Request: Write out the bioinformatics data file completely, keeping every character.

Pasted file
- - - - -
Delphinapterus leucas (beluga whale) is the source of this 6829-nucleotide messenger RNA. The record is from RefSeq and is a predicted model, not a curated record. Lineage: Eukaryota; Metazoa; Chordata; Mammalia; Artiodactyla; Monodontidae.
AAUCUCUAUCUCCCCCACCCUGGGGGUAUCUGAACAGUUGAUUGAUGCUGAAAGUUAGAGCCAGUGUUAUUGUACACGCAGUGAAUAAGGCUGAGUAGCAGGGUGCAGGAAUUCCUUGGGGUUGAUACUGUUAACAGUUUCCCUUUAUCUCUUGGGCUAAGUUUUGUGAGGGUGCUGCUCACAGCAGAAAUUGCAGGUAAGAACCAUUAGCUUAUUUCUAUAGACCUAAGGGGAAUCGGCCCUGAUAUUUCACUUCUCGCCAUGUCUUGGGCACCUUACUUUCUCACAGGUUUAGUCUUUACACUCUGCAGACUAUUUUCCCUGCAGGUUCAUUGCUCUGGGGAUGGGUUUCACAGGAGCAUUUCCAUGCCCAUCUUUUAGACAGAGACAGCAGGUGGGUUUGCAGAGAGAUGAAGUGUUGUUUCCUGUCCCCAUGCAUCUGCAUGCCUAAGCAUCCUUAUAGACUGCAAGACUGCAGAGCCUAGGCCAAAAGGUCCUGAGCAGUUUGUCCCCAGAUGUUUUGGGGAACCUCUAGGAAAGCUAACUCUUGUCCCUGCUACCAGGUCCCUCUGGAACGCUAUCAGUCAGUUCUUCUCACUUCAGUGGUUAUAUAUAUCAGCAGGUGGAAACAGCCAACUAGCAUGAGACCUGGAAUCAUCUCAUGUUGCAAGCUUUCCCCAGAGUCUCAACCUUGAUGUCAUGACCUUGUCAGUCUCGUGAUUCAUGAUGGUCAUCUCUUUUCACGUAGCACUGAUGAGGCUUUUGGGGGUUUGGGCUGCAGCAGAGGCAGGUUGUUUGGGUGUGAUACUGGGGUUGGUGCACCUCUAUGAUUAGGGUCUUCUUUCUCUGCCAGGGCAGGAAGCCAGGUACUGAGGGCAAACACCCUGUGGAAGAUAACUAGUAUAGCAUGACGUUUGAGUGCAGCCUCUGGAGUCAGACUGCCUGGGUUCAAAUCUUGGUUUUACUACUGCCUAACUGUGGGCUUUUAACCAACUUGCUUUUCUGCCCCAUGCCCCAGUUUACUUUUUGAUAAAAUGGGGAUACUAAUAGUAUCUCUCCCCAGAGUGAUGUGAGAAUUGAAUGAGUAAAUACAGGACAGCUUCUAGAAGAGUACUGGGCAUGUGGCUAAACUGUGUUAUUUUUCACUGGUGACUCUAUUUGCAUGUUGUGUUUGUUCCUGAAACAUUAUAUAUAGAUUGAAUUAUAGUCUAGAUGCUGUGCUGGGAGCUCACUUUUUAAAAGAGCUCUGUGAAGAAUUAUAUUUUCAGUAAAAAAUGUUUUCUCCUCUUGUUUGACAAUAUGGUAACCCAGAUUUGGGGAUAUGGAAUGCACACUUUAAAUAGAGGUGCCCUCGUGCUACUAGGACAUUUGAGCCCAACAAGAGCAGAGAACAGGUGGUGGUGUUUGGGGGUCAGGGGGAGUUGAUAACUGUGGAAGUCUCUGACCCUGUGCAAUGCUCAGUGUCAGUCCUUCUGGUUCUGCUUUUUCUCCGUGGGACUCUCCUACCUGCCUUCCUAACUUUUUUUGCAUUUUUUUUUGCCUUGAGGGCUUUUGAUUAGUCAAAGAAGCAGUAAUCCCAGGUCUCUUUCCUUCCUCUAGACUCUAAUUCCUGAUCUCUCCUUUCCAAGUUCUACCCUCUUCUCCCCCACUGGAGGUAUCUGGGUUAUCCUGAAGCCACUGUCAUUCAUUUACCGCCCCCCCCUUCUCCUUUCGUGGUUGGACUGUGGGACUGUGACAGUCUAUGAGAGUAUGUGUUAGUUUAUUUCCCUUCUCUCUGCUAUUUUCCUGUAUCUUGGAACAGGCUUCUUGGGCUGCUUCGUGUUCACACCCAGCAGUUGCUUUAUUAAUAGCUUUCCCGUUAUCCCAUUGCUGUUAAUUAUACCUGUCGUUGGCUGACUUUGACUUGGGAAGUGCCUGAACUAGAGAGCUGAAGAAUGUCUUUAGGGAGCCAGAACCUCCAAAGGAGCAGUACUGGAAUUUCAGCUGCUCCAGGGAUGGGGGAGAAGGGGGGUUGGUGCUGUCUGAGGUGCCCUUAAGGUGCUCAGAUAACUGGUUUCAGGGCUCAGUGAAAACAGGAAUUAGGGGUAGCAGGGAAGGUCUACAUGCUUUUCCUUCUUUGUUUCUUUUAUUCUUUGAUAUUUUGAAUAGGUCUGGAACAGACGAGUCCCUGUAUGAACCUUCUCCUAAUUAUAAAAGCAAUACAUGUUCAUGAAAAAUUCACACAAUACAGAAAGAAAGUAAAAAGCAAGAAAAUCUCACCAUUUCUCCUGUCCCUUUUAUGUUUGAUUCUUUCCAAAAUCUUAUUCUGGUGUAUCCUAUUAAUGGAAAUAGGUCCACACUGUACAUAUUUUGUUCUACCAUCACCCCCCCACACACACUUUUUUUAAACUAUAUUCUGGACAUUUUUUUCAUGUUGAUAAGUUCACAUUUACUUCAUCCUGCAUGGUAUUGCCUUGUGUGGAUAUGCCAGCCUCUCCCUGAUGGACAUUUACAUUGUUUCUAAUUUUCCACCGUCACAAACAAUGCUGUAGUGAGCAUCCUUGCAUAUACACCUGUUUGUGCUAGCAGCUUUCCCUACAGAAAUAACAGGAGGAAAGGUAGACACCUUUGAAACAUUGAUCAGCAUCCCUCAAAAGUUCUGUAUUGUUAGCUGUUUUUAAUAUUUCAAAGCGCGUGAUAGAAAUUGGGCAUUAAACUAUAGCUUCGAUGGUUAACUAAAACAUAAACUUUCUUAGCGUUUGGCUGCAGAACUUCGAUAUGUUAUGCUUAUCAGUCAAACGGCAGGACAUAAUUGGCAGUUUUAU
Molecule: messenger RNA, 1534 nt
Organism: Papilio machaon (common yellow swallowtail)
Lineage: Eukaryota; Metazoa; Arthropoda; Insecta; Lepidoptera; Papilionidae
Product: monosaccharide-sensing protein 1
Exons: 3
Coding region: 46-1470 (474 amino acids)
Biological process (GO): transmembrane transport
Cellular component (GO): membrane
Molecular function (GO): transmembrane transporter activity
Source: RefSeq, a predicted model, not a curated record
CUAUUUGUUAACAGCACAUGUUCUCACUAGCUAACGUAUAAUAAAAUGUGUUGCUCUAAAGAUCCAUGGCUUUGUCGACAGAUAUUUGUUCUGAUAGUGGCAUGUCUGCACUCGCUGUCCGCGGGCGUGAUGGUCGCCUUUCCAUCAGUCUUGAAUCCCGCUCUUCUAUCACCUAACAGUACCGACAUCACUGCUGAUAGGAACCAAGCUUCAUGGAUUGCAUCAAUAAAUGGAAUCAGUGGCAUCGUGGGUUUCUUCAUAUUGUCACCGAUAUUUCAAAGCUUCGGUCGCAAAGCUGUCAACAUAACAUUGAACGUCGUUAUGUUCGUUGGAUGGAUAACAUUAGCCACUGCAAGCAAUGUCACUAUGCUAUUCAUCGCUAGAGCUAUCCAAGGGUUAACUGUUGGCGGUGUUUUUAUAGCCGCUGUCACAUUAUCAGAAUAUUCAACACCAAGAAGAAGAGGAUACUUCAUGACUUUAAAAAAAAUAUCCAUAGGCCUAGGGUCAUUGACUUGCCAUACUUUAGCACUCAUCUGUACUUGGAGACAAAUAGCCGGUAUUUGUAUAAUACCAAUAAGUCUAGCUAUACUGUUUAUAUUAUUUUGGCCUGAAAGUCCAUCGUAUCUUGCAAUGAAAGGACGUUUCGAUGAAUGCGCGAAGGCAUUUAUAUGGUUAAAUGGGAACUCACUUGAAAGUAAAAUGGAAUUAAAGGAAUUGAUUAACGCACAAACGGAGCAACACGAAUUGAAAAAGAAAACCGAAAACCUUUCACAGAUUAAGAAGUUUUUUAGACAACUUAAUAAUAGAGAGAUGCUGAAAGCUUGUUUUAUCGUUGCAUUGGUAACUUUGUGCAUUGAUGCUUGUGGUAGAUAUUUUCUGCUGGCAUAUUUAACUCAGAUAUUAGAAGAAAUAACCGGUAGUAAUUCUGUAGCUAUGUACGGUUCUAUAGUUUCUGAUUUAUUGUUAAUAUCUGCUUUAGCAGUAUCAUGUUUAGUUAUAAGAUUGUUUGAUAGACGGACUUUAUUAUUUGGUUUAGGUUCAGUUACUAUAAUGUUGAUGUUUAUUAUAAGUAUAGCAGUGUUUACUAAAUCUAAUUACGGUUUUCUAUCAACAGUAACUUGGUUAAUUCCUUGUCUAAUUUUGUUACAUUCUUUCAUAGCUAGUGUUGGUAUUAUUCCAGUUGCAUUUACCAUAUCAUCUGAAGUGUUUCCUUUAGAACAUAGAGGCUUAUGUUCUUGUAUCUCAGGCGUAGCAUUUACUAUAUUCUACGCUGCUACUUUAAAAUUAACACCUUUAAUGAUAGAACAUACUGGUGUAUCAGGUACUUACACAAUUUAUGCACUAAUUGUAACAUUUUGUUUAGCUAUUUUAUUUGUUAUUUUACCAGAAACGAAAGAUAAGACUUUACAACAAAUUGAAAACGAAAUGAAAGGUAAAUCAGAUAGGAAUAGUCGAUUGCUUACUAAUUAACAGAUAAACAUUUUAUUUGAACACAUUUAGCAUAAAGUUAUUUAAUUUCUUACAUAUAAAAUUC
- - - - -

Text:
Delphinapterus leucas (beluga whale) is the source of this 6829-nucleotide messenger RNA. The record is from RefSeq and is a predicted model, not a curated record. Lineage: Eukaryota; Metazoa; Chordata; Mammalia; Artiodactyla; Monodontidae.
AAUCUCUAUCUCCCCCACCCUGGGGGUAUCUGAACAGUUGAUUGAUGCUGAAAGUUAGAGCCAGUGUUAUUGUACACGCAGUGAAUAAGGCUGAGUAGCAGGGUGCAGGAAUUCCUUGGGGUUGAUACUGUUAACAGUUUCCCUUUAUCUCUUGGGCUAAGUUUUGUGAGGGUGCUGCUCACAGCAGAAAUUGCAGGUAAGAACCAUUAGCUUAUUUCUAUAGACCUAAGGGGAAUCGGCCCUGAUAUUUCACUUCUCGCCAUGUCUUGGGCACCUUACUUUCUCACAGGUUUAGUCUUUACACUCUGCAGACUAUUUUCCCUGCAGGUUCAUUGCUCUGGGGAUGGGUUUCACAGGAGCAUUUCCAUGCCCAUCUUUUAGACAGAGACAGCAGGUGGGUUUGCAGAGAGAUGAAGUGUUGUUUCCUGUCCCCAUGCAUCUGCAUGCCUAAGCAUCCUUAUAGACUGCAAGACUGCAGAGCCUAGGCCAAAAGGUCCUGAGCAGUUUGUCCCCAGAUGUUUUGGGGAACCUCUAGGAAAGCUAACUCUUGUCCCUGCUACCAGGUCCCUCUGGAACGCUAUCAGUCAGUUCUUCUCACUUCAGUGGUUAUAUAUAUCAGCAGGUGGAAACAGCCAACUAGCAUGAGACCUGGAAUCAUCUCAUGUUGCAAGCUUUCCCCAGAGUCUCAACCUUGAUGUCAUGACCUUGUCAGUCUCGUGAUUCAUGAUGGUCAUCUCUUUUCACGUAGCACUGAUGAGGCUUUUGGGGGUUUGGGCUGCAGCAGAGGCAGGUUGUUUGGGUGUGAUACUGGGGUUGGUGCACCUCUAUGAUUAGGGUCUUCUUUCUCUGCCAGGGCAGGAAGCCAGGUACUGAGGGCAAACACCCUGUGGAAGAUAACUAGUAUAGCAUGACGUUUGAGUGCAGCCUCUGGAGUCAGACUGCCUGGGUUCAAAUCUUGGUUUUACUACUGCCUAACUGUGGGCUUUUAACCAACUUGCUUUUCUGCCCCAUGCCCCAGUUUACUUUUUGAUAAAAUGGGGAUACUAAUAGUAUCUCUCCCCAGAGUGAUGUGAGAAUUGAAUGAGUAAAUACAGGACAGCUUCUAGAAGAGUACUGGGCAUGUGGCUAAACUGUGUUAUUUUUCACUGGUGACUCUAUUUGCAUGUUGUGUUUGUUCCUGAAACAUUAUAUAUAGAUUGAAUUAUAGUCUAGAUGCUGUGCUGGGAGCUCACUUUUUAAAAGAGCUCUGUGAAGAAUUAUAUUUUCAGUAAAAAAUGUUUUCUCCUCUUGUUUGACAAUAUGGUAACCCAGAUUUGGGGAUAUGGAAUGCACACUUUAAAUAGAGGUGCCCUCGUGCUACUAGGACAUUUGAGCCCAACAAGAGCAGAGAACAGGUGGUGGUGUUUGGGGGUCAGGGGGAGUUGAUAACUGUGGAAGUCUCUGACCCUGUGCAAUGCUCAGUGUCAGUCCUUCUGGUUCUGCUUUUUCUCCGUGGGACUCUCCUACCUGCCUUCCUAACUUUUUUUGCAUUUUUUUUUGCCUUGAGGGCUUUUGAUUAGUCAAAGAAGCAGUAAUCCCAGGUCUCUUUCCUUCCUCUAGACUCUAAUUCCUGAUCUCUCCUUUCCAAGUUCUACCCUCUUCUCCCCCACUGGAGGUAUCUGGGUUAUCCUGAAGCCACUGUCAUUCAUUUACCGCCCCCCCCUUCUCCUUUCGUGGUUGGACUGUGGGACUGUGACAGUCUAUGAGAGUAUGUGUUAGUUUAUUUCCCUUCUCUCUGCUAUUUUCCUGUAUCUUGGAACAGGCUUCUUGGGCUGCUUCGUGUUCACACCCAGCAGUUGCUUUAUUAAUAGCUUUCCCGUUAUCCCAUUGCUGUUAAUUAUACCUGUCGUUGGCUGACUUUGACUUGGGAAGUGCCUGAACUAGAGAGCUGAAGAAUGUCUUUAGGGAGCCAGAACCUCCAAAGGAGCAGUACUGGAAUUUCAGCUGCUCCAGGGAUGGGGGAGAAGGGGGGUUGGUGCUGUCUGAGGUGCCCUUAAGGUGCUCAGAUAACUGGUUUCAGGGCUCAGUGAAAACAGGAAUUAGGGGUAGCAGGGAAGGUCUACAUGCUUUUCCUUCUUUGUUUCUUUUAUUCUUUGAUAUUUUGAAUAGGUCUGGAACAGACGAGUCCCUGUAUGAACCUUCUCCUAAUUAUAAAAGCAAUACAUGUUCAUGAAAAAUUCACACAAUACAGAAAGAAAGUAAAAAGCAAGAAAAUCUCACCAUUUCUCCUGUCCCUUUUAUGUUUGAUUCUUUCCAAAAUCUUAUUCUGGUGUAUCCUAUUAAUGGAAAUAGGUCCACACUGUACAUAUUUUGUUCUACCAUCACCCCCCCACACACACUUUUUUUAAACUAUAUUCUGGACAUUUUUUUCAUGUUGAUAAGUUCACAUUUACUUCAUCCUGCAUGGUAUUGCCUUGUGUGGAUAUGCCAGCCUCUCCCUGAUGGACAUUUACAUUGUUUCUAAUUUUCCACCGUCACAAACAAUGCUGUAGUGAGCAUCCUUGCAUAUACACCUGUUUGUGCUAGCAGCUUUCCCUACAGAAAUAACAGGAGGAAAGGUAGACACCUUUGAAACAUUGAUCAGCAUCCCUCAAAAGUUCUGUAUUGUUAGCUGUUUUUAAUAUUUCAAAGCGCGUGAUAGAAAUUGGGCAUUAAACUAUAGCUUCGAUGGUUAACUAAAACAUAAACUUUCUUAGCGUUUGGCUGCAGAACUUCGAUAUGUUAUGCUUAUCAGUCAAACGGCAGGACAUAAUUGGCAGUUUUAU
Molecule: messenger RNA, 1534 nt
Organism: Papilio machaon (common yellow swallowtail)
Lineage: Eukaryota; Metazoa; Arthropoda; Insecta; Lepidoptera; Papilionidae
Product: monosaccharide-sensing protein 1
Exons: 3
Coding region: 46-1470 (474 amino acids)
Biological process (GO): transmembrane transport
Cellular component (GO): membrane
Molecular function (GO): transmembrane transporter activity
Source: RefSeq, a predicted model, not a curated record
CUAUUUGUUAACAGCACAUGUUCUCACUAGCUAACGUAUAAUAAAAUGUGUUGCUCUAAAGAUCCAUGGCUUUGUCGACAGAUAUUUGUUCUGAUAGUGGCAUGUCUGCACUCGCUGUCCGCGGGCGUGAUGGUCGCCUUUCCAUCAGUCUUGAAUCCCGCUCUUCUAUCACCUAACAGUACCGACAUCACUGCUGAUAGGAACCAAGCUUCAUGGAUUGCAUCAAUAAAUGGAAUCAGUGGCAUCGUGGGUUUCUUCAUAUUGUCACCGAUAUUUCAAAGCUUCGGUCGCAAAGCUGUCAACAUAACAUUGAACGUCGUUAUGUUCGUUGGAUGGAUAACAUUAGCCACUGCAAGCAAUGUCACUAUGCUAUUCAUCGCUAGAGCUAUCCAAGGGUUAACUGUUGGCGGUGUUUUUAUAGCCGCUGUCACAUUAUCAGAAUAUUCAACACCAAGAAGAAGAGGAUACUUCAUGACUUUAAAAAAAAUAUCCAUAGGCCUAGGGUCAUUGACUUGCCAUACUUUAGCACUCAUCUGUACUUGGAGACAAAUAGCCGGUAUUUGUAUAAUACCAAUAAGUCUAGCUAUACUGUUUAUAUUAUUUUGGCCUGAAAGUCCAUCGUAUCUUGCAAUGAAAGGACGUUUCGAUGAAUGCGCGAAGGCAUUUAUAUGGUUAAAUGGGAACUCACUUGAAAGUAAAAUGGAAUUAAAGGAAUUGAUUAACGCACAAACGGAGCAACACGAAUUGAAAAAGAAAACCGAAAACCUUUCACAGAUUAAGAAGUUUUUUAGACAACUUAAUAAUAGAGAGAUGCUGAAAGCUUGUUUUAUCGUUGCAUUGGUAACUUUGUGCAUUGAUGCUUGUGGUAGAUAUUUUCUGCUGGCAUAUUUAACUCAGAUAUUAGAAGAAAUAACCGGUAGUAAUUCUGUAGCUAUGUACGGUUCUAUAGUUUCUGAUUUAUUGUUAAUAUCUGCUUUAGCAGUAUCAUGUUUAGUUAUAAGAUUGUUUGAUAGACGGACUUUAUUAUUUGGUUUAGGUUCAGUUACUAUAAUGUUGAUGUUUAUUAUAAGUAUAGCAGUGUUUACUAAAUCUAAUUACGGUUUUCUAUCAACAGUAACUUGGUUAAUUCCUUGUCUAAUUUUGUUACAUUCUUUCAUAGCUAGUGUUGGUAUUAUUCCAGUUGCAUUUACCAUAUCAUCUGAAGUGUUUCCUUUAGAACAUAGAGGCUUAUGUUCUUGUAUCUCAGGCGUAGCAUUUACUAUAUUCUACGCUGCUACUUUAAAAUUAACACCUUUAAUGAUAGAACAUACUGGUGUAUCAGGUACUUACACAAUUUAUGCACUAAUUGUAACAUUUUGUUUAGCUAUUUUAUUUGUUAUUUUACCAGAAACGAAAGAUAAGACUUUACAACAAAUUGAAAACGAAAUGAAAGGUAAAUCAGAUAGGAAUAGUCGAUUGCUUACUAAUUAACAGAUAAACAUUUUAUUUGAACACAUUUAGCAUAAAGUUAUUUAAUUUCUUACAUAUAAAAUUC